This can be confusing when you are new to cloud computing. Cloud Service Providers often make this more confusing by claiming to be PCI compliant and you might infer that you are PCI compliant as a result of moving to their cloud. This is wrong. The PCI SSC makes it clear that you bear full and ultimate responsibility for insuring PCI DSS compliance. No major cloud service provider can make you PCI compliant just by implementing on their cloud platform. You will have to work with your CSP to insure compliance, and that is your responsibility under these standards.
Now let’s look at the PCI cloud guidance in a bit more detail. Here is what they say in the PCI DSS cloud guidance (emphasis added):
Much stock is placed in the statement “I am PCI compliant”, but what does this actually mean for the different parties involved?
Use of a PCI DSS compliant CSP does not result in PCI DSS compliance for the clients. The client must still ensure they are using the service in a compliant manner, and is also ultimately responsible for the security of their CHD—outsourcing daily management of a subset of PCI DSS requirements does not remove the client’s responsibility to ensure CHD is properly secured and that PCI DSS controls are met. The client therefore must work with the CSP to ensure that evidence is provided to verify that PCI DSS controls are maintained on an ongoing basis—an Attestation of Compliance (AOC) reflects a single point in time only; compliance requires ongoing monitoring and validation that controls are in place and working effectively.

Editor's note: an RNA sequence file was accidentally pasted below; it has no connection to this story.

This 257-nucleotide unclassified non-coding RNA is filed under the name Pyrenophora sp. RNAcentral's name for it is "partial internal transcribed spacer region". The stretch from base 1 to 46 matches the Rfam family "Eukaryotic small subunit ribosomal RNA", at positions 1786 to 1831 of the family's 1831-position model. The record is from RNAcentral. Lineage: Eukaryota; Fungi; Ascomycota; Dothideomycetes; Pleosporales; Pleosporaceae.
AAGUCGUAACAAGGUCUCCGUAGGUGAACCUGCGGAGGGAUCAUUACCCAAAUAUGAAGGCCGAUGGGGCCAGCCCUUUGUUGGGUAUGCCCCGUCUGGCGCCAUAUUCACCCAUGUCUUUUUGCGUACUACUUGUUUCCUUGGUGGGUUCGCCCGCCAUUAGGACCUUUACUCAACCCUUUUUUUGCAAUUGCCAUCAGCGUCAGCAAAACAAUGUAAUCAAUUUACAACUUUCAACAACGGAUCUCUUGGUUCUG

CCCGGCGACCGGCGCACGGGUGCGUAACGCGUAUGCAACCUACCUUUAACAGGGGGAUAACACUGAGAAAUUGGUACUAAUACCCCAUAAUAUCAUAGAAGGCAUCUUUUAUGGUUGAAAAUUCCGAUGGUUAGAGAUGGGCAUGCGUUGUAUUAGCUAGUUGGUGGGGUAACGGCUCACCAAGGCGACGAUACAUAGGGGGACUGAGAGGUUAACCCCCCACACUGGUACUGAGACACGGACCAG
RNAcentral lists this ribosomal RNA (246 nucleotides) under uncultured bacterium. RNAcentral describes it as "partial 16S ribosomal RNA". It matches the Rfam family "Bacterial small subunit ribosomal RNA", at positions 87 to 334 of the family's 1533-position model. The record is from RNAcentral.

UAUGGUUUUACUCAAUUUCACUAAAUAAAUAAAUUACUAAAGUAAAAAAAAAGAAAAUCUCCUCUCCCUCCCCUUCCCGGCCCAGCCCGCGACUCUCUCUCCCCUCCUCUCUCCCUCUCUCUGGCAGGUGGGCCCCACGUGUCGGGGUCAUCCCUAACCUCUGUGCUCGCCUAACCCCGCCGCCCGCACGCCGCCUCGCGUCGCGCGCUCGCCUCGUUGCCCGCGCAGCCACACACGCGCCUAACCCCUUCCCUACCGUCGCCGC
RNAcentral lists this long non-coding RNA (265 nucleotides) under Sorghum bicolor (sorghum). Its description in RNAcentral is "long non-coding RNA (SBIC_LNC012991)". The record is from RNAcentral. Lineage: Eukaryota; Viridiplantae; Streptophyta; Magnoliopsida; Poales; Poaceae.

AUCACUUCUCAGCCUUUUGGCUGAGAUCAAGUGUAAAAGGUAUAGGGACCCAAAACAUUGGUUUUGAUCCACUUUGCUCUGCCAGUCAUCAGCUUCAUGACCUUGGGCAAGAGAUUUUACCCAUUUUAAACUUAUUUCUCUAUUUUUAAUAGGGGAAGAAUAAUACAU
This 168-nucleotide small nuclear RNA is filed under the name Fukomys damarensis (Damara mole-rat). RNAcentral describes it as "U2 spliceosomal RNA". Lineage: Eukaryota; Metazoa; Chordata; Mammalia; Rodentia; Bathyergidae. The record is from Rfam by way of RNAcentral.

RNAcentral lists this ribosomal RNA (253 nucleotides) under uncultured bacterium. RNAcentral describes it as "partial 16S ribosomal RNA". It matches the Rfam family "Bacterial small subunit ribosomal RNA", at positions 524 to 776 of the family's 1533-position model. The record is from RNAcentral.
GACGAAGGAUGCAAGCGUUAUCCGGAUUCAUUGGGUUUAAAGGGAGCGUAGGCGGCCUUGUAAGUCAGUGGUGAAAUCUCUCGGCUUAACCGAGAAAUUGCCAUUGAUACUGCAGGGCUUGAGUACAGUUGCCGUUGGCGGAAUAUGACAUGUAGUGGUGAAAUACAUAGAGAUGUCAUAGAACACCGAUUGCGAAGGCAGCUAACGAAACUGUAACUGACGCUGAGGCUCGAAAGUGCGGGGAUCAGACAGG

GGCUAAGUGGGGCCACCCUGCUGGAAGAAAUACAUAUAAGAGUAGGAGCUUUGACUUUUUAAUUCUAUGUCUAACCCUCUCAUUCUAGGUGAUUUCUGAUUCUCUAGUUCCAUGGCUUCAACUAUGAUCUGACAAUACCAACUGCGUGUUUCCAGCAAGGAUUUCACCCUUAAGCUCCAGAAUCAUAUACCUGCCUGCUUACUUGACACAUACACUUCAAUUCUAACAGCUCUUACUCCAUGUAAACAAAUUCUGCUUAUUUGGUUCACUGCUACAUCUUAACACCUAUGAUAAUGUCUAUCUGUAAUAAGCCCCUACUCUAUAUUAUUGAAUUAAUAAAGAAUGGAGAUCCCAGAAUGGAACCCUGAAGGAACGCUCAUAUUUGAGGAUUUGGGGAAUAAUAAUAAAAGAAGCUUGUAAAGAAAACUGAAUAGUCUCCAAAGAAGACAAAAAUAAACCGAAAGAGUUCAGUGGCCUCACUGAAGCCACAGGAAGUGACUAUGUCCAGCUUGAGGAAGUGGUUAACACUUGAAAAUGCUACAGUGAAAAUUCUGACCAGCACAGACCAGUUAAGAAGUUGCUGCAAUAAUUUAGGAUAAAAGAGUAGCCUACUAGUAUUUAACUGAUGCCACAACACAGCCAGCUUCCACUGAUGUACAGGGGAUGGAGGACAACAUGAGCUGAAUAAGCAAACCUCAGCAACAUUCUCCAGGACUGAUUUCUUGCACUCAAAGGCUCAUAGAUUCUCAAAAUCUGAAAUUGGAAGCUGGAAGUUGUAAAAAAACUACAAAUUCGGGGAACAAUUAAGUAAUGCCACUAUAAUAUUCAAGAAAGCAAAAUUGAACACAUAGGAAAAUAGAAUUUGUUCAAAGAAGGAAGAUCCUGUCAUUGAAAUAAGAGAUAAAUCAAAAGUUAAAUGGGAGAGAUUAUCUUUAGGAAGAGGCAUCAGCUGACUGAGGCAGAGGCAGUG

Regarding the applicability of one party’s compliance to the other, consider the following:
a) If a CSP is compliant, this does not mean that their clients are.
b) If a CSP’s clients are compliant, this does not mean that the CSP is.
c) If a CSP and the client are compliant, this does not mean that any other clients are.
The CSP should ensure that any service offered as being “PCI compliant” is accompanied by a clear and unambiguous explanation, supported by appropriate evidence, of which aspects of the service have been validated as compliant and which have not.
Great, now you know that you are responsible for PCI DSS compliance and that you have to work with your cloud service provider to insure that their services and components are PCI DSS compliant and that you have deployed them in a compliant way.
Are the new cloud key management services PCI DSS compliant?
At the time I am writing this (February 2015) there has been no claim of PCI DSS compliance by Microsoft for the new Azure Key Vault service, nor by Amazon for the new AWS Key Management Service, and there is no Attestation of Compliance (AOC) available for either service.